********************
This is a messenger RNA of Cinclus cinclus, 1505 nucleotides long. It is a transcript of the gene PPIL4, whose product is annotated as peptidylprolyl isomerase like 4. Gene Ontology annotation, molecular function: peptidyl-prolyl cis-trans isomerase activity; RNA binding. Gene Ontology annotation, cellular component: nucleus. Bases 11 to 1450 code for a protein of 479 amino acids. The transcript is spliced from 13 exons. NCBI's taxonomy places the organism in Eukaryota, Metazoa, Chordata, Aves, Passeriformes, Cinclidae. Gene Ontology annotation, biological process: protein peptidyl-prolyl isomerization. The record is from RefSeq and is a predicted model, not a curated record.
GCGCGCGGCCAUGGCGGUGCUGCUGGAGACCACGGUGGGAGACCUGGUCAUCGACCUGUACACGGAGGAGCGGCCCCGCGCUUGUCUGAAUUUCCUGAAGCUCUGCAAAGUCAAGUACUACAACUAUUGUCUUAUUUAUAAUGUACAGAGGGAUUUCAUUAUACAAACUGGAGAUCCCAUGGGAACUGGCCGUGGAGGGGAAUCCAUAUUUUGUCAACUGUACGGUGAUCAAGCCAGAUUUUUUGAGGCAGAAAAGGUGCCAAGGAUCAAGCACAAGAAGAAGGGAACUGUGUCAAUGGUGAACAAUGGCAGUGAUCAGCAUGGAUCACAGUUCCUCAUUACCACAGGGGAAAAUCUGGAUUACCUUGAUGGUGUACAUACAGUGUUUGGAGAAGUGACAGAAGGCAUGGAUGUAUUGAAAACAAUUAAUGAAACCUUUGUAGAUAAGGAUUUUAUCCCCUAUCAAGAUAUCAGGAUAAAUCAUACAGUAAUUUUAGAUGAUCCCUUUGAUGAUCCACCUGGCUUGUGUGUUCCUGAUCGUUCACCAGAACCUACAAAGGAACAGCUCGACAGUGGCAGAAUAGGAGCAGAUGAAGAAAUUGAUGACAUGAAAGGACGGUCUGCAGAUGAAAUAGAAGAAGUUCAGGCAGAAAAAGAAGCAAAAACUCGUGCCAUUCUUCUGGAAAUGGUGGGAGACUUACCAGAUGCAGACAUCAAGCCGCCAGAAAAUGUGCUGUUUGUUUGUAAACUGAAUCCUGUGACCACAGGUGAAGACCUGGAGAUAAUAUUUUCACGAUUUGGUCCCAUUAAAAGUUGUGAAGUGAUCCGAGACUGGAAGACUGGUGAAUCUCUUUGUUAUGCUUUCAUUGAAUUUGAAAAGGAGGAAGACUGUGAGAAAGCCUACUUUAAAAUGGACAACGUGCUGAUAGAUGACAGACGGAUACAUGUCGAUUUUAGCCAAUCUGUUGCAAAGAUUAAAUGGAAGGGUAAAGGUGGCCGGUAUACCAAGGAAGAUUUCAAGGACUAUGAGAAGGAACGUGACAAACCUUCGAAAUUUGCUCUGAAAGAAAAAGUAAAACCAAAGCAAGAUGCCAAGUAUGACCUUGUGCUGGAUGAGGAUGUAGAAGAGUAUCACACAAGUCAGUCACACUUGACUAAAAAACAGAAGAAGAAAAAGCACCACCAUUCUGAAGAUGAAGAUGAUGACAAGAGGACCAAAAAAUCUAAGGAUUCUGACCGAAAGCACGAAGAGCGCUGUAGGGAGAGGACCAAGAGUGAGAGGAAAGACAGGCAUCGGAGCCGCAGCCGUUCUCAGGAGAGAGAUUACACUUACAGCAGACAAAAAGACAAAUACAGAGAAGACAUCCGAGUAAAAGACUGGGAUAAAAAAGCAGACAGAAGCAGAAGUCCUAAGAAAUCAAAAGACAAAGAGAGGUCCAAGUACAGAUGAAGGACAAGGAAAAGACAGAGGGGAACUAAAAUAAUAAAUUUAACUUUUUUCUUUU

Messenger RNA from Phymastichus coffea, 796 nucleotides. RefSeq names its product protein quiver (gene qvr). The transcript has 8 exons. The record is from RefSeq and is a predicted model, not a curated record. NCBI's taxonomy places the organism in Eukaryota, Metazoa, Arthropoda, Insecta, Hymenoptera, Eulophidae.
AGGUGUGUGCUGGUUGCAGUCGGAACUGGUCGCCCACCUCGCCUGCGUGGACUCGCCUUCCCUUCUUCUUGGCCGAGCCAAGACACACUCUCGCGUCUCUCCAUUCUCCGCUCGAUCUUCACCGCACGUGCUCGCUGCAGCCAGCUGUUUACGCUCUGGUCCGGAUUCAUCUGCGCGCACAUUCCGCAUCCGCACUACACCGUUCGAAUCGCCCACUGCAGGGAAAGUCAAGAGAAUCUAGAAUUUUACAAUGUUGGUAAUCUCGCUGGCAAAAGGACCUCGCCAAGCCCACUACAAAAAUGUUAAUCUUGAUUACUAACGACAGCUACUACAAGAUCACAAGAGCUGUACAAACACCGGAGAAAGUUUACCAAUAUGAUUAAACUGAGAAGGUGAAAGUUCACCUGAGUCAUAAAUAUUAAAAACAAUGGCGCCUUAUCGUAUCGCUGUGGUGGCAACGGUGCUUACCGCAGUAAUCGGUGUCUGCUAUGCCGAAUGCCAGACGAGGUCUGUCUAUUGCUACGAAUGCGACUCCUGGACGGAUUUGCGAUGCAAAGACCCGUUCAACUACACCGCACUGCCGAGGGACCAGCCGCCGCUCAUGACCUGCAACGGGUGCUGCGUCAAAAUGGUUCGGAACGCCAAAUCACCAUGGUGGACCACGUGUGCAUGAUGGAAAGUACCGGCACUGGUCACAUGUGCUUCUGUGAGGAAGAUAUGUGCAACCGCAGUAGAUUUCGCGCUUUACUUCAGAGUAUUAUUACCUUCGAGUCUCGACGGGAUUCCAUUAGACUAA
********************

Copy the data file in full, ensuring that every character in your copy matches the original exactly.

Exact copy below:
This is a messenger RNA of Cinclus cinclus, 1505 nucleotides long. It is a transcript of the gene PPIL4, whose product is annotated as peptidylprolyl isomerase like 4. Gene Ontology annotation, molecular function: peptidyl-prolyl cis-trans isomerase activity; RNA binding. Gene Ontology annotation, cellular component: nucleus. Bases 11 to 1450 code for a protein of 479 amino acids. The transcript is spliced from 13 exons. NCBI's taxonomy places the organism in Eukaryota, Metazoa, Chordata, Aves, Passeriformes, Cinclidae. Gene Ontology annotation, biological process: protein peptidyl-prolyl isomerization. The record is from RefSeq and is a predicted model, not a curated record.
GCGCGCGGCCAUGGCGGUGCUGCUGGAGACCACGGUGGGAGACCUGGUCAUCGACCUGUACACGGAGGAGCGGCCCCGCGCUUGUCUGAAUUUCCUGAAGCUCUGCAAAGUCAAGUACUACAACUAUUGUCUUAUUUAUAAUGUACAGAGGGAUUUCAUUAUACAAACUGGAGAUCCCAUGGGAACUGGCCGUGGAGGGGAAUCCAUAUUUUGUCAACUGUACGGUGAUCAAGCCAGAUUUUUUGAGGCAGAAAAGGUGCCAAGGAUCAAGCACAAGAAGAAGGGAACUGUGUCAAUGGUGAACAAUGGCAGUGAUCAGCAUGGAUCACAGUUCCUCAUUACCACAGGGGAAAAUCUGGAUUACCUUGAUGGUGUACAUACAGUGUUUGGAGAAGUGACAGAAGGCAUGGAUGUAUUGAAAACAAUUAAUGAAACCUUUGUAGAUAAGGAUUUUAUCCCCUAUCAAGAUAUCAGGAUAAAUCAUACAGUAAUUUUAGAUGAUCCCUUUGAUGAUCCACCUGGCUUGUGUGUUCCUGAUCGUUCACCAGAACCUACAAAGGAACAGCUCGACAGUGGCAGAAUAGGAGCAGAUGAAGAAAUUGAUGACAUGAAAGGACGGUCUGCAGAUGAAAUAGAAGAAGUUCAGGCAGAAAAAGAAGCAAAAACUCGUGCCAUUCUUCUGGAAAUGGUGGGAGACUUACCAGAUGCAGACAUCAAGCCGCCAGAAAAUGUGCUGUUUGUUUGUAAACUGAAUCCUGUGACCACAGGUGAAGACCUGGAGAUAAUAUUUUCACGAUUUGGUCCCAUUAAAAGUUGUGAAGUGAUCCGAGACUGGAAGACUGGUGAAUCUCUUUGUUAUGCUUUCAUUGAAUUUGAAAAGGAGGAAGACUGUGAGAAAGCCUACUUUAAAAUGGACAACGUGCUGAUAGAUGACAGACGGAUACAUGUCGAUUUUAGCCAAUCUGUUGCAAAGAUUAAAUGGAAGGGUAAAGGUGGCCGGUAUACCAAGGAAGAUUUCAAGGACUAUGAGAAGGAACGUGACAAACCUUCGAAAUUUGCUCUGAAAGAAAAAGUAAAACCAAAGCAAGAUGCCAAGUAUGACCUUGUGCUGGAUGAGGAUGUAGAAGAGUAUCACACAAGUCAGUCACACUUGACUAAAAAACAGAAGAAGAAAAAGCACCACCAUUCUGAAGAUGAAGAUGAUGACAAGAGGACCAAAAAAUCUAAGGAUUCUGACCGAAAGCACGAAGAGCGCUGUAGGGAGAGGACCAAGAGUGAGAGGAAAGACAGGCAUCGGAGCCGCAGCCGUUCUCAGGAGAGAGAUUACACUUACAGCAGACAAAAAGACAAAUACAGAGAAGACAUCCGAGUAAAAGACUGGGAUAAAAAAGCAGACAGAAGCAGAAGUCCUAAGAAAUCAAAAGACAAAGAGAGGUCCAAGUACAGAUGAAGGACAAGGAAAAGACAGAGGGGAACUAAAAUAAUAAAUUUAACUUUUUUCUUUU

Messenger RNA from Phymastichus coffea, 796 nucleotides. RefSeq names its product protein quiver (gene qvr). The transcript has 8 exons. The record is from RefSeq and is a predicted model, not a curated record. NCBI's taxonomy places the organism in Eukaryota, Metazoa, Arthropoda, Insecta, Hymenoptera, Eulophidae.
AGGUGUGUGCUGGUUGCAGUCGGAACUGGUCGCCCACCUCGCCUGCGUGGACUCGCCUUCCCUUCUUCUUGGCCGAGCCAAGACACACUCUCGCGUCUCUCCAUUCUCCGCUCGAUCUUCACCGCACGUGCUCGCUGCAGCCAGCUGUUUACGCUCUGGUCCGGAUUCAUCUGCGCGCACAUUCCGCAUCCGCACUACACCGUUCGAAUCGCCCACUGCAGGGAAAGUCAAGAGAAUCUAGAAUUUUACAAUGUUGGUAAUCUCGCUGGCAAAAGGACCUCGCCAAGCCCACUACAAAAAUGUUAAUCUUGAUUACUAACGACAGCUACUACAAGAUCACAAGAGCUGUACAAACACCGGAGAAAGUUUACCAAUAUGAUUAAACUGAGAAGGUGAAAGUUCACCUGAGUCAUAAAUAUUAAAAACAAUGGCGCCUUAUCGUAUCGCUGUGGUGGCAACGGUGCUUACCGCAGUAAUCGGUGUCUGCUAUGCCGAAUGCCAGACGAGGUCUGUCUAUUGCUACGAAUGCGACUCCUGGACGGAUUUGCGAUGCAAAGACCCGUUCAACUACACCGCACUGCCGAGGGACCAGCCGCCGCUCAUGACCUGCAACGGGUGCUGCGUCAAAAUGGUUCGGAACGCCAAAUCACCAUGGUGGACCACGUGUGCAUGAUGGAAAGUACCGGCACUGGUCACAUGUGCUUCUGUGAGGAAGAUAUGUGCAACCGCAGUAGAUUUCGCGCUUUACUUCAGAGUAUUAUUACCUUCGAGUCUCGACGGGAUUCCAUUAGACUAA